This week, five sea turtles from Florida finally got to go home.

Photo by Joe Raedle/Getty Images.


The adorable be-shelled reptiles spent the last month rehabilitating in the Miami Seaquarium, and on July 12, 2016, were joyfully released back into the ocean where they belong.


"So ready." Photo by Joe Raedle/Getty Images.

To make things even more awesome — their names are Presley, Springsteen, Clapton, Jagger, and Trisha.

That's four ultra-famous rockstars and ... honestly, my best guess is Trisha Yearwood of "How Do I Live Without You" fame, which I thought was an interesting choice.

After a quick call to the Seaquarium, though, it turned out she was named after her rescuer.


"Aww yissssss." Photo by Joe Raedle/Getty Images.

The turtles had been found washed up on the beaches of Florida.

All five were in various states of poor health at the time. Presley had a hook through his mouth and esophagus, Springsteen and Clapton also had hooks removed from their bodies, and poor Jagger had been hit by a boat.

I honestly don't know if this one is Jagger, but we can pretend. Photo by Joe Raedle/Getty Images.

Sick or injured turtles washing up on the beach is an all too common occurrence, unfortunately.

While nature already throws a lot at sea turtles, humans haven't exactly been great about keeping sea turtles safe.

Sea turtles are under constant threat from fishing, eroding coastlines, the illegal shell trade, and even artificial light along the coastline.

Marine debris is also a huge problem for turtles. According to the Sea Turtle Conservancy, plastic debris kills around 100,000 marine mammals annually, including turtles.

"See you around, Jenni. Later, Mike, Karen. Say goodbye to Phil for me, OK?" Photo by Joe Raedle/Getty Images.

Fortunately Presley, Springsteen, Clapton, Jagger, and Trisha were found and rescued by the right people.

The four rock 'n' roll megastars and the 1998 Grammy winner for Best Female Country Vocal Performance got to return to the ocean where they can live out the rest of their turtle lives in peace.

"HOORAY!" Photo by Joe Raedle/Getty Images.

This article originally appeared on November 11, 2015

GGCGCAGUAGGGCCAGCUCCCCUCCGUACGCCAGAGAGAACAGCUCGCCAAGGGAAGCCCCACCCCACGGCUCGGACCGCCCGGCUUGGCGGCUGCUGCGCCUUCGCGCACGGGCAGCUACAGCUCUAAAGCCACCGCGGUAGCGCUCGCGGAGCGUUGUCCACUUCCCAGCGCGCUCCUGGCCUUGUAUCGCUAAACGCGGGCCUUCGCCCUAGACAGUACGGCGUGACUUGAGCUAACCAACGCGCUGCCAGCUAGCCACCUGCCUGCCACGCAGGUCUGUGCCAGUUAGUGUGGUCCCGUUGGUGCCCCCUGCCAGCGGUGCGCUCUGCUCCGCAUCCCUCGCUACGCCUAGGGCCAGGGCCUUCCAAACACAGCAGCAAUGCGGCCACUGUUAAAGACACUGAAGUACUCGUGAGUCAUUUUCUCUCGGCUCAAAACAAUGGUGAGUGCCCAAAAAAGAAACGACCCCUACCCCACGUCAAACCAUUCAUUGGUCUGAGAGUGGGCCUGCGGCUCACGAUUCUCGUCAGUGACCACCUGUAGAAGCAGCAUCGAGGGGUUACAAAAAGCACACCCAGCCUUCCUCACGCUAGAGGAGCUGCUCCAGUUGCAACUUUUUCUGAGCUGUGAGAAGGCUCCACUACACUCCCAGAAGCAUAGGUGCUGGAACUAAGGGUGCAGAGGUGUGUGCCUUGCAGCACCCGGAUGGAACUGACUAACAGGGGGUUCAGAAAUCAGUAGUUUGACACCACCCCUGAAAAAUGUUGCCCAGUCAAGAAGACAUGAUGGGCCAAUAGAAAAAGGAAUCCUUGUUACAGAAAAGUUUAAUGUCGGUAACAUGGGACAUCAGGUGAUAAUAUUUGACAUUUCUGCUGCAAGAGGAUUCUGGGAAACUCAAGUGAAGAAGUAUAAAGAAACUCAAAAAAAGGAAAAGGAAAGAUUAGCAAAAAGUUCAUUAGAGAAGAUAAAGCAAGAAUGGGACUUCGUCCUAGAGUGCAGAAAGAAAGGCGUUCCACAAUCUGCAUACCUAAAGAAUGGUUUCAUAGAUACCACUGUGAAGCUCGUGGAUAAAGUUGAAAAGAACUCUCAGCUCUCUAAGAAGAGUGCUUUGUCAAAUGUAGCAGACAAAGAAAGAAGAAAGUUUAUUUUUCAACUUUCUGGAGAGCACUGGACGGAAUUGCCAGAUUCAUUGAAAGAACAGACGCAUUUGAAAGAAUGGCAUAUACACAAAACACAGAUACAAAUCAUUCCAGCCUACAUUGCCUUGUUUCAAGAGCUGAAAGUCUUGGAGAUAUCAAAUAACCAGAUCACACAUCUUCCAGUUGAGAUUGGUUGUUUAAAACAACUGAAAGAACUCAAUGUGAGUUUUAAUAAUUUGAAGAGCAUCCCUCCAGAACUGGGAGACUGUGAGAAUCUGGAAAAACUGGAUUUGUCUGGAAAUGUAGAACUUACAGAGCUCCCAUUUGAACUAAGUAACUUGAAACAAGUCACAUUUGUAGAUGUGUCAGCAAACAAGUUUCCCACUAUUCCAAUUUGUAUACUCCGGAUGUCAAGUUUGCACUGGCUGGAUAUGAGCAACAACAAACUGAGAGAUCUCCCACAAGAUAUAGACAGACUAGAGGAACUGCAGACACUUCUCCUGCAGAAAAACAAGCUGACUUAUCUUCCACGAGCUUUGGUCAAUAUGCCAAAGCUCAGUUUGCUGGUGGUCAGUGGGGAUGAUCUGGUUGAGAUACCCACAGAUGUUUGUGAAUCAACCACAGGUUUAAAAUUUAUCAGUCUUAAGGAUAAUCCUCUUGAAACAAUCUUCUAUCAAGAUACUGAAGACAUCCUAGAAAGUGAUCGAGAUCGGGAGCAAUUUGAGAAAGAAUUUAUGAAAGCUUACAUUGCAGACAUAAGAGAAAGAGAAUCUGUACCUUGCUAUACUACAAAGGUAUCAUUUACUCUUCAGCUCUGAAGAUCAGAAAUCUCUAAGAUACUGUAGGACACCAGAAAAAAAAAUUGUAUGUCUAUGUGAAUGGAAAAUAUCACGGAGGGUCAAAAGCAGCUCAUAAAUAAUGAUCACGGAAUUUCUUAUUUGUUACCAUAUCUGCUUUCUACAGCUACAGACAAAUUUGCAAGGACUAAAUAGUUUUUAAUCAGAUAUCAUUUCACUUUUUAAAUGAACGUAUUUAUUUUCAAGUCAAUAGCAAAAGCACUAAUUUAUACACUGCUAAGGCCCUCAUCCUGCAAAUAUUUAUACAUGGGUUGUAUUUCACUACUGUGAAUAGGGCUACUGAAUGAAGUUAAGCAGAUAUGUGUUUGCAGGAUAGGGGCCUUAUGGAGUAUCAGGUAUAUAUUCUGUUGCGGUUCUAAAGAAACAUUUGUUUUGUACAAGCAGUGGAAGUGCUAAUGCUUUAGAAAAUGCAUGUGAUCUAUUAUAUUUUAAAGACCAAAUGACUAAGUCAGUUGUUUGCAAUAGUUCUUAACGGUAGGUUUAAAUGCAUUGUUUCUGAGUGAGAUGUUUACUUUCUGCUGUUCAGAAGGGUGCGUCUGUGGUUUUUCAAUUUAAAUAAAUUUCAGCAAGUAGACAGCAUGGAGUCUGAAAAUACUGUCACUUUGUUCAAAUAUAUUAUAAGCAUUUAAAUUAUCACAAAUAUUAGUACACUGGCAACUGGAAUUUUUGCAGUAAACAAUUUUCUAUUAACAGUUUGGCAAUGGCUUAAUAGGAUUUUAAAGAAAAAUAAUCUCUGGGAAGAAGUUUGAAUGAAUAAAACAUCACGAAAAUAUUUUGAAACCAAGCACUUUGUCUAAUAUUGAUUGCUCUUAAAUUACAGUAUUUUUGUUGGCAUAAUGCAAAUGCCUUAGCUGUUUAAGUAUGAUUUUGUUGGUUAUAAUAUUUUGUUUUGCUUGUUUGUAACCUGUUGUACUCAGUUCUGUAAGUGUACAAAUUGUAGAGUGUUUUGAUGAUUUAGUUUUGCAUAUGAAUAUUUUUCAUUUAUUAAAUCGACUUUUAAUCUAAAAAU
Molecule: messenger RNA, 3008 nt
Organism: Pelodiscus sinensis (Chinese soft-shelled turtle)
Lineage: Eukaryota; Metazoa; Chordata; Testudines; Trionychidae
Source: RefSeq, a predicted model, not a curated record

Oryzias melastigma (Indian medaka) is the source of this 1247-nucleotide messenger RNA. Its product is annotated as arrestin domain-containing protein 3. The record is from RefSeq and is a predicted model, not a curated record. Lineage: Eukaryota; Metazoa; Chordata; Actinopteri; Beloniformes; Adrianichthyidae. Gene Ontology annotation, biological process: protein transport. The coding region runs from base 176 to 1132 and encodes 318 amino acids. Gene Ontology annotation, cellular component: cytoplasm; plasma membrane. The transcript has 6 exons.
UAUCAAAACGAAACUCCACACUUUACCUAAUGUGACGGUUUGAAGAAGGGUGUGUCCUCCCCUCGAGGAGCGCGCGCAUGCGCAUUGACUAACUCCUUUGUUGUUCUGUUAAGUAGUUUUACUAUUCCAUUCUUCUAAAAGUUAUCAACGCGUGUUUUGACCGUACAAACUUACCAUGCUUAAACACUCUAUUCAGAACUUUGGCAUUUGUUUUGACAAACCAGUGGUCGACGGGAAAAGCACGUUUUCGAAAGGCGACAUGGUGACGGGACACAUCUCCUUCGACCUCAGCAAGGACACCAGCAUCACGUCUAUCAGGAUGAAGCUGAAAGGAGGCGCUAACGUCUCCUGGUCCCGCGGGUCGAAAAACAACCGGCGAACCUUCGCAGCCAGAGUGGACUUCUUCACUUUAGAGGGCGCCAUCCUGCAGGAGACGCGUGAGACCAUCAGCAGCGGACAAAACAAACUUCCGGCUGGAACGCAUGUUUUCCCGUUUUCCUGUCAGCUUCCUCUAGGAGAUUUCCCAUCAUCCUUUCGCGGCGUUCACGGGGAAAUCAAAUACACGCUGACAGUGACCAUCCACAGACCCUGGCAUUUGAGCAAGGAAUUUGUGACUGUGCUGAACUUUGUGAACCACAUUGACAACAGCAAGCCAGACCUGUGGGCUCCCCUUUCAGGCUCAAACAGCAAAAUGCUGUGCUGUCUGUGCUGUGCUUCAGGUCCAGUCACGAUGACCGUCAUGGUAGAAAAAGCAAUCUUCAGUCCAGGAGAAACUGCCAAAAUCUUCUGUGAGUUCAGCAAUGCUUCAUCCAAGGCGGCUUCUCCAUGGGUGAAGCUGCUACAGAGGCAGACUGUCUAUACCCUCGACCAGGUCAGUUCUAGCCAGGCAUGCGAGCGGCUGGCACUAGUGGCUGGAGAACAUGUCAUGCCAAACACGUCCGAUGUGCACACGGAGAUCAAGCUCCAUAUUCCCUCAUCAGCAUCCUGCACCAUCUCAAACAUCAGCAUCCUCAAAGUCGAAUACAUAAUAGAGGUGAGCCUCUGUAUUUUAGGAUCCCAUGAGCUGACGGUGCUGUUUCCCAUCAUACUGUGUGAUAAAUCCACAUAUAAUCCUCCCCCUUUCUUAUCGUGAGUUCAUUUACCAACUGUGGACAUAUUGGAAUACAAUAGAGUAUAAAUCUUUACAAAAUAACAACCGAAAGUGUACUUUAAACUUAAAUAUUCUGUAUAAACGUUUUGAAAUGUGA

Remember those beloved Richard Scarry books from when you were a kid?

Like a lot of people, I grew up reading them. And now, I read them to my kids.

The best!

If that doesn't ring a bell, perhaps this character from the "Busytown" series will. Classic!

Image via

Scarry was an incredibly prolific children's author and illustrator. He created over 250 books during his career. His books were loved across the world — over 100 million were sold in many languages.

But here's something you may not have known about these classics: They've been slowly changing over the years.

Don't panic! They've been changing in a good way.

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Photo by Maxim Hopman on Unsplash

The Sam Vimes "Boots" Theory of Socioeconomic Unfairness explains one way the rich get richer.

Any time conversations about wealth and poverty come up, people inevitably start talking about boots.

The standard phrase that comes up is "pull yourself up by your bootstraps," which is usually shorthand for "work harder and don't ask for or expect help." (The fact that the phrase was originally used sarcastically because pulling oneself up by one's bootstraps is literally, physically impossible is rarely acknowledged, but c'est la vie.) The idea that people who build wealth do so because they individually work harder than poor people is baked into the American consciousness and wrapped up in the ideal of the American dream.

A different take on boots and building wealth, however, paints a more accurate picture of what it takes to get out of poverty.

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"Snow White and the Seven Dwarfs" (1937) and actor Peter Dinklage.

On Tuesday, Upworthy reported that actor Peter Dinklage was unhappy with Disney’s decision to move forward with a live-action version of “Snow White and the Seven Drawfs” starring Rachel Zegler.

Dinklage praised Disney’s inclusive casting of the “West Side Story” actress, whose mother is of Colombian descent, but pointed out that, at the same time, the company was making a film that promotes damaging stereotypes about people with dwarfism.

"There's a lot of hypocrisy going on, I've gotta say, from being somebody who's a little bit unique," Dinklage told Marc Maron on his “WTF” podcast.

"Well, you know, it's really progressive to cast a—literally no offense to anybody, but I was a little taken aback by, they were very proud to cast a Latino actress as Snow White," Dinklage said, "but you're still telling the story of 'Snow White and the Seven Dwarfs.' Take a step back and look at what you're doing there.”

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